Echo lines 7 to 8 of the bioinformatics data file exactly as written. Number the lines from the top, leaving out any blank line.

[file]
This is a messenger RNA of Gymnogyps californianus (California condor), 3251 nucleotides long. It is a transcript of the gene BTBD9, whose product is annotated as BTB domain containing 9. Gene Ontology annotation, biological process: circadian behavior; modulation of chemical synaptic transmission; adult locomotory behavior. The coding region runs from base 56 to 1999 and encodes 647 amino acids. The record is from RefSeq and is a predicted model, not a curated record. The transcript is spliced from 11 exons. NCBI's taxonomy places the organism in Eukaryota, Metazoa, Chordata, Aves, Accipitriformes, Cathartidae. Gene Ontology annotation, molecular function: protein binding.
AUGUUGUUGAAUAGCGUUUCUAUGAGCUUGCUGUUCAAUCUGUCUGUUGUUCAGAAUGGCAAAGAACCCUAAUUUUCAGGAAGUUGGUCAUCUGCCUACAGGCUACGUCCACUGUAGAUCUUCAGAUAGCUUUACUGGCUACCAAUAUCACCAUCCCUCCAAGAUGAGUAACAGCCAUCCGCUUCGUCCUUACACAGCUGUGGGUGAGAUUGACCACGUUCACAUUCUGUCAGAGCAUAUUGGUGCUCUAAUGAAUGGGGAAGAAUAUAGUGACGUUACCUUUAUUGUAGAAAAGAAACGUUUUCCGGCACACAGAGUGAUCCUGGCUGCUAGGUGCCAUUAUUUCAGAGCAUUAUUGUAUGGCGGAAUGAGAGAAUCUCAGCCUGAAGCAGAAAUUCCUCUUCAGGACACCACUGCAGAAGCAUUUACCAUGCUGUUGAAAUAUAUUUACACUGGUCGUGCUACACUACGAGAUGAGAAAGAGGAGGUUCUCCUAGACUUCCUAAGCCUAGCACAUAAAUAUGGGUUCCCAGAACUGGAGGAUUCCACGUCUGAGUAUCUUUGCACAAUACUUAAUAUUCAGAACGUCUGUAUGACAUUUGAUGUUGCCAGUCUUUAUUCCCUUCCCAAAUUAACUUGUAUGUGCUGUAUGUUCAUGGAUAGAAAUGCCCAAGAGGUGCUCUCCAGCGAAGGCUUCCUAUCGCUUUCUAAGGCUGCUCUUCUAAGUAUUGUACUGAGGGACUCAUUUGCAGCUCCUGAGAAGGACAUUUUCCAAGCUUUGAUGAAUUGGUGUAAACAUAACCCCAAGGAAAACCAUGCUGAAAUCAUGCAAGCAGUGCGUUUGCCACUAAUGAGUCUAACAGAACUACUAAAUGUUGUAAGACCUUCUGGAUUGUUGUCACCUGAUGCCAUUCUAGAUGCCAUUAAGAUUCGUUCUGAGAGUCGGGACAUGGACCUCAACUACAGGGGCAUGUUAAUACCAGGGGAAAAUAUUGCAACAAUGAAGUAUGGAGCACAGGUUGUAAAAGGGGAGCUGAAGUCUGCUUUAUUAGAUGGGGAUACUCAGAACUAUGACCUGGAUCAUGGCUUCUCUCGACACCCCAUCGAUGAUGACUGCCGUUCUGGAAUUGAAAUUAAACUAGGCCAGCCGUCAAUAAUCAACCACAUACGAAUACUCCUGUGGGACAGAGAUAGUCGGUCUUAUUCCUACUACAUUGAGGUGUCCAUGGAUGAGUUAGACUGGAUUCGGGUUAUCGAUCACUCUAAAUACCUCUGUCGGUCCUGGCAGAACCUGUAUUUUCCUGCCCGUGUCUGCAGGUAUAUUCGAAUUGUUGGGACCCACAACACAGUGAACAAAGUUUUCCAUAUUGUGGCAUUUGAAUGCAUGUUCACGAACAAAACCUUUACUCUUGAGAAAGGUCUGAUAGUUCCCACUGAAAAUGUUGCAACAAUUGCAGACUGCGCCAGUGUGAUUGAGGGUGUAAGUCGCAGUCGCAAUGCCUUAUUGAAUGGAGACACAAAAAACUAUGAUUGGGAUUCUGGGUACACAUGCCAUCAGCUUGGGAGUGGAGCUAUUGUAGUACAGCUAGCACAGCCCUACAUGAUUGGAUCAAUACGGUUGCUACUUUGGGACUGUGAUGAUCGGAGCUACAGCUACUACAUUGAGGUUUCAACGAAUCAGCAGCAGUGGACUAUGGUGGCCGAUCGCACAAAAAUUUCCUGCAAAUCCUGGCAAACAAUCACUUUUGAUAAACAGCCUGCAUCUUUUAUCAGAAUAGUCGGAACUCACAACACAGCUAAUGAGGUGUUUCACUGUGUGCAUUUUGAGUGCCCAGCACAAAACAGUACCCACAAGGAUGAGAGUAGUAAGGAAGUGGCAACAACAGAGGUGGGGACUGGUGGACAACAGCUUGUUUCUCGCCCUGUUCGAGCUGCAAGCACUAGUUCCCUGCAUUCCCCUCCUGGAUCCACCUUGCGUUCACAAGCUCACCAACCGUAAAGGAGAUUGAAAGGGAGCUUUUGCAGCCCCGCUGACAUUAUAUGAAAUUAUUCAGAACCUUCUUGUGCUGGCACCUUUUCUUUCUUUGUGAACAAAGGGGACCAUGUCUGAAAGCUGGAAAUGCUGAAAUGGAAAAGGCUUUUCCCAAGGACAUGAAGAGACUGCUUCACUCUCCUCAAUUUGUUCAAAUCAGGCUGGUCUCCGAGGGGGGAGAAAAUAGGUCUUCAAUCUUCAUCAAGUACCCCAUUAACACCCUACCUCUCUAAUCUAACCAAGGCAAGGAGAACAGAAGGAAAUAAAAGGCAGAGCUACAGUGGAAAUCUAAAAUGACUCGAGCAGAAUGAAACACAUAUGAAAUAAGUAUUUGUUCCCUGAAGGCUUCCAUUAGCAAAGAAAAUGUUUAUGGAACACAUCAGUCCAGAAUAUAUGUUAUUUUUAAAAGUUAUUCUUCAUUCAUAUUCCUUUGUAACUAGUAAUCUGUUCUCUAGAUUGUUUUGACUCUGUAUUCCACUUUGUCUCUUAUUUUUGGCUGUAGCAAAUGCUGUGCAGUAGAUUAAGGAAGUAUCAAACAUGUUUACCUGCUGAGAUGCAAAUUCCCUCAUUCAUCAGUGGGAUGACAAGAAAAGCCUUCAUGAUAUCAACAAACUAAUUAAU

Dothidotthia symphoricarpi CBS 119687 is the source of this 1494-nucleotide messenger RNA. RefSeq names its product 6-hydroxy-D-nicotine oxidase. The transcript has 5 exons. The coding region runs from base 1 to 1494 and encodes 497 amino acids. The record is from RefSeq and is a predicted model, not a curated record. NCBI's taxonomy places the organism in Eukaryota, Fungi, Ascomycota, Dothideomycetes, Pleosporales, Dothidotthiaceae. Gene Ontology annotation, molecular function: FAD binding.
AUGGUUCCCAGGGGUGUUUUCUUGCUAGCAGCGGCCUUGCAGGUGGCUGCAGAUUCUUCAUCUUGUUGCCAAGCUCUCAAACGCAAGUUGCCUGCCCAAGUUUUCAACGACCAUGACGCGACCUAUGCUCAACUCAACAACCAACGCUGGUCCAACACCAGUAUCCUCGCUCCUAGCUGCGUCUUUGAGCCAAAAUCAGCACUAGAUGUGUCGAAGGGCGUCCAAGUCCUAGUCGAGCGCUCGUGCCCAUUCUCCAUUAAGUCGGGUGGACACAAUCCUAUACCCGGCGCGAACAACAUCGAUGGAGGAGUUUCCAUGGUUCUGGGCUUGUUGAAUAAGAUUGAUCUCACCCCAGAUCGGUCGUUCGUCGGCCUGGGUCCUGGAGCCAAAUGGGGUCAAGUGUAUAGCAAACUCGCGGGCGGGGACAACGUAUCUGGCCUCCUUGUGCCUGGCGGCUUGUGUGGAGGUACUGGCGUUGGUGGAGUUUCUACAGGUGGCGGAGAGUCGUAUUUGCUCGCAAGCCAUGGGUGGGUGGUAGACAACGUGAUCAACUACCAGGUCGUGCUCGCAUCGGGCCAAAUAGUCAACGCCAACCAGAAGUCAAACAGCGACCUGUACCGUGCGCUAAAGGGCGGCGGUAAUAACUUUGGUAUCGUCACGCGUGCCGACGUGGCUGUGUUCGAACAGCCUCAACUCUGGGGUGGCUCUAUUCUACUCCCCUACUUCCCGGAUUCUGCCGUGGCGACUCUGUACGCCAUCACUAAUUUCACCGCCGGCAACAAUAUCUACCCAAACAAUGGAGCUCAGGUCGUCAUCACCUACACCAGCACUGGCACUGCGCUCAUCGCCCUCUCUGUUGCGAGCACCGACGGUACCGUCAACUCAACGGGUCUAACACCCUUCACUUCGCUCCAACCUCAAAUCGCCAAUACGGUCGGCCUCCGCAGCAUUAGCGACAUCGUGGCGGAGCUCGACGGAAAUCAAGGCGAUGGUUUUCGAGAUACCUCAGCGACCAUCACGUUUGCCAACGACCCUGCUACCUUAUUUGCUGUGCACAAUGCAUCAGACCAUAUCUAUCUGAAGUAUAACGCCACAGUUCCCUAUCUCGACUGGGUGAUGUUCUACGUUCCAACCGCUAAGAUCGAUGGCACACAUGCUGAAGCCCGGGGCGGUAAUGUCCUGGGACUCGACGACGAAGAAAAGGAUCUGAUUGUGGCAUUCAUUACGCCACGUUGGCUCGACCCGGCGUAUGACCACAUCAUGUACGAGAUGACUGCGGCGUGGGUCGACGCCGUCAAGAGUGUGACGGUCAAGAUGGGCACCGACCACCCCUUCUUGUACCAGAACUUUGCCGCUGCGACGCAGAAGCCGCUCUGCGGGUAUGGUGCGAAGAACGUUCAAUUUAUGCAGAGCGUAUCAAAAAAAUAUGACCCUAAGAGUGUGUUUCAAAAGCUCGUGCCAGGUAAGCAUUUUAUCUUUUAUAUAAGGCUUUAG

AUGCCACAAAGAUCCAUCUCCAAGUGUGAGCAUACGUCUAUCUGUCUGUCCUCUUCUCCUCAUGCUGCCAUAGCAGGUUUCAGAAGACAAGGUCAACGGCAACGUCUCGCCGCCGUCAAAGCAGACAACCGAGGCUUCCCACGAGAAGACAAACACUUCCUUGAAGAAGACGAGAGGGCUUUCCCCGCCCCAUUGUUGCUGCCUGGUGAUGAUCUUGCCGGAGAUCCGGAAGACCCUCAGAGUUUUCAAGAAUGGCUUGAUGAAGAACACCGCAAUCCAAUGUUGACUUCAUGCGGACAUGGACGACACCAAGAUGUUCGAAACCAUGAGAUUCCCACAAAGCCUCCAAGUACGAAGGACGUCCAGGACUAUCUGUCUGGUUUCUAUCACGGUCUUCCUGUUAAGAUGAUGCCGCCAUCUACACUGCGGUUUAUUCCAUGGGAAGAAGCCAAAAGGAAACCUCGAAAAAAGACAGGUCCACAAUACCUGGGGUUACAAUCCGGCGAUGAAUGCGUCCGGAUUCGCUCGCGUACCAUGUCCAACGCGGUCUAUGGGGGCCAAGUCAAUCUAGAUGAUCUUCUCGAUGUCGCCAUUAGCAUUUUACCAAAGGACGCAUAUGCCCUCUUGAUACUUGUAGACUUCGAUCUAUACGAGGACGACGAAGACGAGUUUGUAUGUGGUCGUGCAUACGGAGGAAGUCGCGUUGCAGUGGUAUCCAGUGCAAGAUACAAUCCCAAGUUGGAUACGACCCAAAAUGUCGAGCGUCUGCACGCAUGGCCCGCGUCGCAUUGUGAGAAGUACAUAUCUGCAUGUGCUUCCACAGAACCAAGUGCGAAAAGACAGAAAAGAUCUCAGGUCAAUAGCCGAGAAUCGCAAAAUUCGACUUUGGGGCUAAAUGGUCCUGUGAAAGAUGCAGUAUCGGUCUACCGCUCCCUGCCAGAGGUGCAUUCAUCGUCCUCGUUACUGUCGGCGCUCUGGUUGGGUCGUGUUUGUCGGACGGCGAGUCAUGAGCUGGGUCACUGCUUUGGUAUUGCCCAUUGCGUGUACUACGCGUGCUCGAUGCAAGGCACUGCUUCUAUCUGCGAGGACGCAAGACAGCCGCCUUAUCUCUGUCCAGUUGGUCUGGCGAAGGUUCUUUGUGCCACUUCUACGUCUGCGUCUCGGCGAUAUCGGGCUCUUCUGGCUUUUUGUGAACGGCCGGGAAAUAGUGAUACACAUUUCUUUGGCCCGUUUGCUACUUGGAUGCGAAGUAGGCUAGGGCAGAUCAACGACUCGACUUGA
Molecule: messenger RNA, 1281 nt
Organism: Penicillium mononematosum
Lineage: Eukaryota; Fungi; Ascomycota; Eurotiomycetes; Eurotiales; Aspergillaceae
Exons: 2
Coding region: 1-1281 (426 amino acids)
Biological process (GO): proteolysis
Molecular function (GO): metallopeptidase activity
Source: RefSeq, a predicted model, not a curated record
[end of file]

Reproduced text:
Organism: Penicillium mononematosum
Lineage: Eukaryota; Fungi; Ascomycota; Eurotiomycetes; Eurotiales; Aspergillaceae